Amy: Welcome to Breaking Down Patriarchy! I’m Amy McPhie Allebest. Today we will be discussing the first, and possibly the only, work of fiction on our list of essential texts. It’s a short story called “The Yellow Wallpaper,” by Charlotte Perkins Gilman, and if you haven’t read it, or if you haven’t read it in awhile, then I encourage you to press pause on this podcast, go read it, and then come back. Or even easier, you can go listen to it! It’s about 40 minutes long, and you can find it on Audible, or for free on Librivox or YouTube. It was written in 1892 so it’s in the public domain now, which means it’s free, and it’s a really, really good story, so go read or listen and then come back.
Ok, so welcome back! Today we are going to be discussing Charlotte Perkins Gilman’s “The Yellow Wallpaper,” but first I want to introduce my reading partner, Shannon Johnson. Hi, Shannon!
Shannon: Hi, Amy!
Amy: I will always remember the moment that you and I met, Shannon - it was at the welcome dinner for our master’s program at Stanford, and I was feeling so nervous that I would be the only mom there, and I wouldn’t have anything in common with anyone… and I stood up and introduced myself and mentioned that I had four kids, and you piped up from across the room and said “I have four kids too, and I think we went to the same college, so we need to talk afterward.” And we did, and it turns out we have tons in common and speak the same language and have been fast friends ever since. But can you tell us some more about yourself - where you come from, etc?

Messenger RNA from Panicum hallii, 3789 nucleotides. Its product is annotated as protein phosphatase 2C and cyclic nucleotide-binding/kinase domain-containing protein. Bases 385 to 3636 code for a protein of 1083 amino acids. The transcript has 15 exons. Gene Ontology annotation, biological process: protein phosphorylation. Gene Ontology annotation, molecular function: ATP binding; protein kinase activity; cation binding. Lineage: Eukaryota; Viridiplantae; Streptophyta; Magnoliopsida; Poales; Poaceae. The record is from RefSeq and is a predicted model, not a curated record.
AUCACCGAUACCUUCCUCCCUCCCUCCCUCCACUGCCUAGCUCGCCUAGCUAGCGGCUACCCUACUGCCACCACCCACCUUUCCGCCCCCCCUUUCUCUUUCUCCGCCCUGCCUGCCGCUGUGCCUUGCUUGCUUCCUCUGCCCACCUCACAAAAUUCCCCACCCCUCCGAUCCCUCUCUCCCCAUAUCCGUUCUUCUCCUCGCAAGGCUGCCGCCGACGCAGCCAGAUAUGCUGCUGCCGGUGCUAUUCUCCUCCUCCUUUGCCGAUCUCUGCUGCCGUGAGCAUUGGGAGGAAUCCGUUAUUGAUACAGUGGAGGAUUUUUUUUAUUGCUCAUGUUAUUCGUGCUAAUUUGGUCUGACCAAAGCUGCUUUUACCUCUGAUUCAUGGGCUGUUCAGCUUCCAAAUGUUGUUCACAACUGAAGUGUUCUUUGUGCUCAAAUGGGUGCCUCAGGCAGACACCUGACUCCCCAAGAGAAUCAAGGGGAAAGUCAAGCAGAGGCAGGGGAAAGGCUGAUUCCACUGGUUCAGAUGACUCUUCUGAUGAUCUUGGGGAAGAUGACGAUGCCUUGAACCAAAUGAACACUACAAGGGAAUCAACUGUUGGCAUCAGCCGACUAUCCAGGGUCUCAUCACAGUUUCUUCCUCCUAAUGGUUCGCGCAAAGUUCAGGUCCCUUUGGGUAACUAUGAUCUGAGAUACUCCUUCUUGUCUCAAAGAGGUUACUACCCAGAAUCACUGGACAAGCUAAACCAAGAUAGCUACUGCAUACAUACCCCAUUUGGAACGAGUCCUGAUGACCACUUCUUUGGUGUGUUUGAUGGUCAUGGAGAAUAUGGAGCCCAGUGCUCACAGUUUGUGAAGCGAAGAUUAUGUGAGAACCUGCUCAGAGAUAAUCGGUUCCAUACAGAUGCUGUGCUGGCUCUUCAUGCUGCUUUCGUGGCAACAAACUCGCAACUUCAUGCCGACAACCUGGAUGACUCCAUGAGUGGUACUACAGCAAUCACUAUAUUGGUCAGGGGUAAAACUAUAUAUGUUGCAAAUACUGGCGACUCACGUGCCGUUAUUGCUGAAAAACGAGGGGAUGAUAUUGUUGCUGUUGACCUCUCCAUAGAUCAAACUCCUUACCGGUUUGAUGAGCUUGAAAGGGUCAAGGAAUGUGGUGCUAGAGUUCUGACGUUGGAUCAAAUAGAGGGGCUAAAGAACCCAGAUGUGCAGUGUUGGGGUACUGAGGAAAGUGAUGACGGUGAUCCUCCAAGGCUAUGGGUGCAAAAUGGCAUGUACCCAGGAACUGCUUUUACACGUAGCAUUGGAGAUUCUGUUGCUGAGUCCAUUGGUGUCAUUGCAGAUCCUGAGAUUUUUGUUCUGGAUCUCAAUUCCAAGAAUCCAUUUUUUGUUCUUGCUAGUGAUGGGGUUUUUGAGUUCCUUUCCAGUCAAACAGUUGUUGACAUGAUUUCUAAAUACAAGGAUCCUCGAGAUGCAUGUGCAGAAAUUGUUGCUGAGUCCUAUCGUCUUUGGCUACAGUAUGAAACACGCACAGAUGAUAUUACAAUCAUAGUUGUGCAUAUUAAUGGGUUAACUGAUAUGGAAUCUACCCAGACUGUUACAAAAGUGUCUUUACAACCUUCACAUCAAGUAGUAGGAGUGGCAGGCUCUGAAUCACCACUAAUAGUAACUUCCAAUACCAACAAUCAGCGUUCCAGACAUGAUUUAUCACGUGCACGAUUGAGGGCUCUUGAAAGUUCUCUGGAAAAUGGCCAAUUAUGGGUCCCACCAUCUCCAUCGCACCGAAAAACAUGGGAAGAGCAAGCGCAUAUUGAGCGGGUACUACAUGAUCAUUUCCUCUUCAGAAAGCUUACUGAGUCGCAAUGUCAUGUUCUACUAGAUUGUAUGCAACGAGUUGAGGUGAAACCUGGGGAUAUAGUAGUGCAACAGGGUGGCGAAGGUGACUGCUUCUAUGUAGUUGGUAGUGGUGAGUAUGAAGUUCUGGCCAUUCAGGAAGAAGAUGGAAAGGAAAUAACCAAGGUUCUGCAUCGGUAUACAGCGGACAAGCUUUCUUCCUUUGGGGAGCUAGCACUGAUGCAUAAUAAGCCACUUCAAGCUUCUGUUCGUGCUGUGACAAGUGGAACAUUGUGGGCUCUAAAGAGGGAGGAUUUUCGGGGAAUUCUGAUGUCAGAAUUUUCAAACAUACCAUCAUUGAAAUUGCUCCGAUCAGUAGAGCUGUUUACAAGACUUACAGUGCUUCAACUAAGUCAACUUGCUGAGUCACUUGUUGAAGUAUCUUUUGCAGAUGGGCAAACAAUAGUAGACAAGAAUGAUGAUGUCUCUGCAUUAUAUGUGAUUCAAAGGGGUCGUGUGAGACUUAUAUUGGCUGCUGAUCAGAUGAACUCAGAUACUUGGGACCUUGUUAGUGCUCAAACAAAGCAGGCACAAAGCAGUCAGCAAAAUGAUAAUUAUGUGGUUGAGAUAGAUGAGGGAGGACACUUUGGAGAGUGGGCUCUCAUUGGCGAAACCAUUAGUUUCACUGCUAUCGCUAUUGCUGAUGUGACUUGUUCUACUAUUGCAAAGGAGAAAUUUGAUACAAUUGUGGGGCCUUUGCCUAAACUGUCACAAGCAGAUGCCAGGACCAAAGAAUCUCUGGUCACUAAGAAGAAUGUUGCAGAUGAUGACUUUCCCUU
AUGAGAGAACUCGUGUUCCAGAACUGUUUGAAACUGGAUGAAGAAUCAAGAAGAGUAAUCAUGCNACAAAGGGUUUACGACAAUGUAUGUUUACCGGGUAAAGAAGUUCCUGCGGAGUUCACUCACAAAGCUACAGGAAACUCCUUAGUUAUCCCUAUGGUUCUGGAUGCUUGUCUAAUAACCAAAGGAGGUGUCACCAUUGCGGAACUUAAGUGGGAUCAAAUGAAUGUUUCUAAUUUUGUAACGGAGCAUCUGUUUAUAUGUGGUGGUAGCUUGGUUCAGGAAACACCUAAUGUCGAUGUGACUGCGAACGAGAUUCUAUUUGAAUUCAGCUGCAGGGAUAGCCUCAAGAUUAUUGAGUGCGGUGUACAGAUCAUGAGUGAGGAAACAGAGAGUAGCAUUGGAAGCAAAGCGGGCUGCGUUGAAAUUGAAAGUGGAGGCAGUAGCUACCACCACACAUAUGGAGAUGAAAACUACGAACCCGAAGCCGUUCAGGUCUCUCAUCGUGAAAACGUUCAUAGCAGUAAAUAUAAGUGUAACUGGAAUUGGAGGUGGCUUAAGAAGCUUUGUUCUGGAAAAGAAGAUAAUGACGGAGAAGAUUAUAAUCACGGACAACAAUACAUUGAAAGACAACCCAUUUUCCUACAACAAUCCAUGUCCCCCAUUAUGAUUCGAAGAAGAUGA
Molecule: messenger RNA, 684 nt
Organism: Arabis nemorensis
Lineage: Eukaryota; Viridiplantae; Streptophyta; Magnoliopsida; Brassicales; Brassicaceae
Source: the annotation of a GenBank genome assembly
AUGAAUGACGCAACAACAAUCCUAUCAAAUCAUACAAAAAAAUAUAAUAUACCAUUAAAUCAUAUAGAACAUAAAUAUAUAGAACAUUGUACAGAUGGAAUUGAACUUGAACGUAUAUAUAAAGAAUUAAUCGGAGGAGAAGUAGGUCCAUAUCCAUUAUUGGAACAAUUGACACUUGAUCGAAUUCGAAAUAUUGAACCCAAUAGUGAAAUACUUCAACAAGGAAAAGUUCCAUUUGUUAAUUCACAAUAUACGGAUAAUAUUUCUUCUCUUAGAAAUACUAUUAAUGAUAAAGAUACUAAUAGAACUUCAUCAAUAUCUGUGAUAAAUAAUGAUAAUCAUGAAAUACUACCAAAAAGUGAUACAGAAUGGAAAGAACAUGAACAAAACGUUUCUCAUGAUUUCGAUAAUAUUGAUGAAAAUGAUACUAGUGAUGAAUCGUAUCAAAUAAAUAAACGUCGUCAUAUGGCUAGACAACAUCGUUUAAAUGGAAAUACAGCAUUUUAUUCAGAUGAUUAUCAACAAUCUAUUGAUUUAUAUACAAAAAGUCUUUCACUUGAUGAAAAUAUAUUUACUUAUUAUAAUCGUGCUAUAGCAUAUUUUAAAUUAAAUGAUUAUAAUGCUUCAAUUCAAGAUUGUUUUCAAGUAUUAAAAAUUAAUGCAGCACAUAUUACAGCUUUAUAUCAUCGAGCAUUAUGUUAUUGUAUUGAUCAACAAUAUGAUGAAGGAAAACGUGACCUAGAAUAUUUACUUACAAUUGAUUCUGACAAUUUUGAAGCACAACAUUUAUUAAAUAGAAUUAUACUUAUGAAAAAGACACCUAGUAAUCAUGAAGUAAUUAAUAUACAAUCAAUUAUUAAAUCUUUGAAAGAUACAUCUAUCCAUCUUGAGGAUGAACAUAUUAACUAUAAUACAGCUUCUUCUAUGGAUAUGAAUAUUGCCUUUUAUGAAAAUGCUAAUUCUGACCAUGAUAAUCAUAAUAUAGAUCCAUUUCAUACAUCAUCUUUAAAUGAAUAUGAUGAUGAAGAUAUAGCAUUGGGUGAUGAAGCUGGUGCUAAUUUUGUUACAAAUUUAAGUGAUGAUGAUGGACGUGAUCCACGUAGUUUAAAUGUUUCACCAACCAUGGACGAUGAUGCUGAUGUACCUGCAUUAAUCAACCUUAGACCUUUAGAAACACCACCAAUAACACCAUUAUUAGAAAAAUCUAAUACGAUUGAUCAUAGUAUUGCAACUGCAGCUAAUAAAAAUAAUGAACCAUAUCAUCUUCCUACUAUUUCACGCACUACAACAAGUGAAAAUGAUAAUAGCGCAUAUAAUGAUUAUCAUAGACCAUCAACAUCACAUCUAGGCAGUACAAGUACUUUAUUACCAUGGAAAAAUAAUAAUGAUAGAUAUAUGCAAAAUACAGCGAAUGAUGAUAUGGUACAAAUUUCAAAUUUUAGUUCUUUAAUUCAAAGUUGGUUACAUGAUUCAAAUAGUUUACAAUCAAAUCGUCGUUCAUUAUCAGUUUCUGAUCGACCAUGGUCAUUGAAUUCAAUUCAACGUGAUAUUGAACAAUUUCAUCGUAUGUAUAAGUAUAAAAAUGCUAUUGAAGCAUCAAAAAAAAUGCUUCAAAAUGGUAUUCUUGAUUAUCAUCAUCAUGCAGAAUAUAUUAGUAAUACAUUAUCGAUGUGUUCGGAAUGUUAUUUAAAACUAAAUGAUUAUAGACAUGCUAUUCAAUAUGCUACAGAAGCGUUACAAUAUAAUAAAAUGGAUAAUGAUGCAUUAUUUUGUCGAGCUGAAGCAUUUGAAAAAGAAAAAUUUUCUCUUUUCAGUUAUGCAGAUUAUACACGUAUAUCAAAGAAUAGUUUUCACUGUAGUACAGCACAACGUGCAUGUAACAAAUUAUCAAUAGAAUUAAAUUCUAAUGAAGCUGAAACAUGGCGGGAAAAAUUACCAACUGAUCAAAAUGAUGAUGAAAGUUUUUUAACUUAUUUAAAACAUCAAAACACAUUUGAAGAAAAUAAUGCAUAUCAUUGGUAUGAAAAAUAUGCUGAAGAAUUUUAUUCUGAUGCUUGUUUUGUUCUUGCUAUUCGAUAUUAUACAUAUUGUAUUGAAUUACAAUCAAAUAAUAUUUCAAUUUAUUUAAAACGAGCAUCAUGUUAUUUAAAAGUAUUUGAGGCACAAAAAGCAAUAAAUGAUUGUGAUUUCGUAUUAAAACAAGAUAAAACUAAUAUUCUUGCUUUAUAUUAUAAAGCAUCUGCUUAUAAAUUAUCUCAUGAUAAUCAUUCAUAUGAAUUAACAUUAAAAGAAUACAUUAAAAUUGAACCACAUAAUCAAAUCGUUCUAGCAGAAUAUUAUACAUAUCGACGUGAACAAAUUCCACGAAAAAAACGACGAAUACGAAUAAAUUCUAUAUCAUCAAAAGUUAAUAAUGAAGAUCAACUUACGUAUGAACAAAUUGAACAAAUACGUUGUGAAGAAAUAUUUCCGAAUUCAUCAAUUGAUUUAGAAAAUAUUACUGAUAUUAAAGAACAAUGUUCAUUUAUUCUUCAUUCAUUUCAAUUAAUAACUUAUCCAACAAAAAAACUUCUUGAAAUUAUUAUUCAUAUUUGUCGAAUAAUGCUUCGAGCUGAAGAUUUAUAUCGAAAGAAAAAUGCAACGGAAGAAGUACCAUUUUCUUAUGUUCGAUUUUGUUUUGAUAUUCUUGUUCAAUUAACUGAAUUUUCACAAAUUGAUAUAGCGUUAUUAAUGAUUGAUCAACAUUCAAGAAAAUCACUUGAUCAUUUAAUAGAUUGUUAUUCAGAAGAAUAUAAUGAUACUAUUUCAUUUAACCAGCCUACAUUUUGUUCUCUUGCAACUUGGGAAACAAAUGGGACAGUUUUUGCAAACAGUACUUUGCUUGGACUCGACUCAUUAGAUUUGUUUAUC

I’m descended on both sides from white Europeans who came to the U.S. in the 1800s. My middle name, Olena, actually comes from my great-great-great grandmother who emigrated from Norway. She and her husband and several children (one of whom worked as a boot boy in Brigham Young’s house) left the Mormon church a few years after settling in Utah, probably because of polygamy.
I grew up mostly in Utah and went to BYU, where I met my husband online before that was a thing. I’ve taught conversational English in Japan and Cairo, and now I work in admin at Stanford. I am currently procrastinating writing my master’s thesis on the Mormon church’s history of racial restrictions and revelations and how the memorialization of these events serves the present moment.
I like to view Mormon history as a case study in patriarchal American culture. I also like hiking, yoga, British tv, and trashy romance novels. I live in Santa Clara, California with my four daughters, aged 10-20, and my patient husband.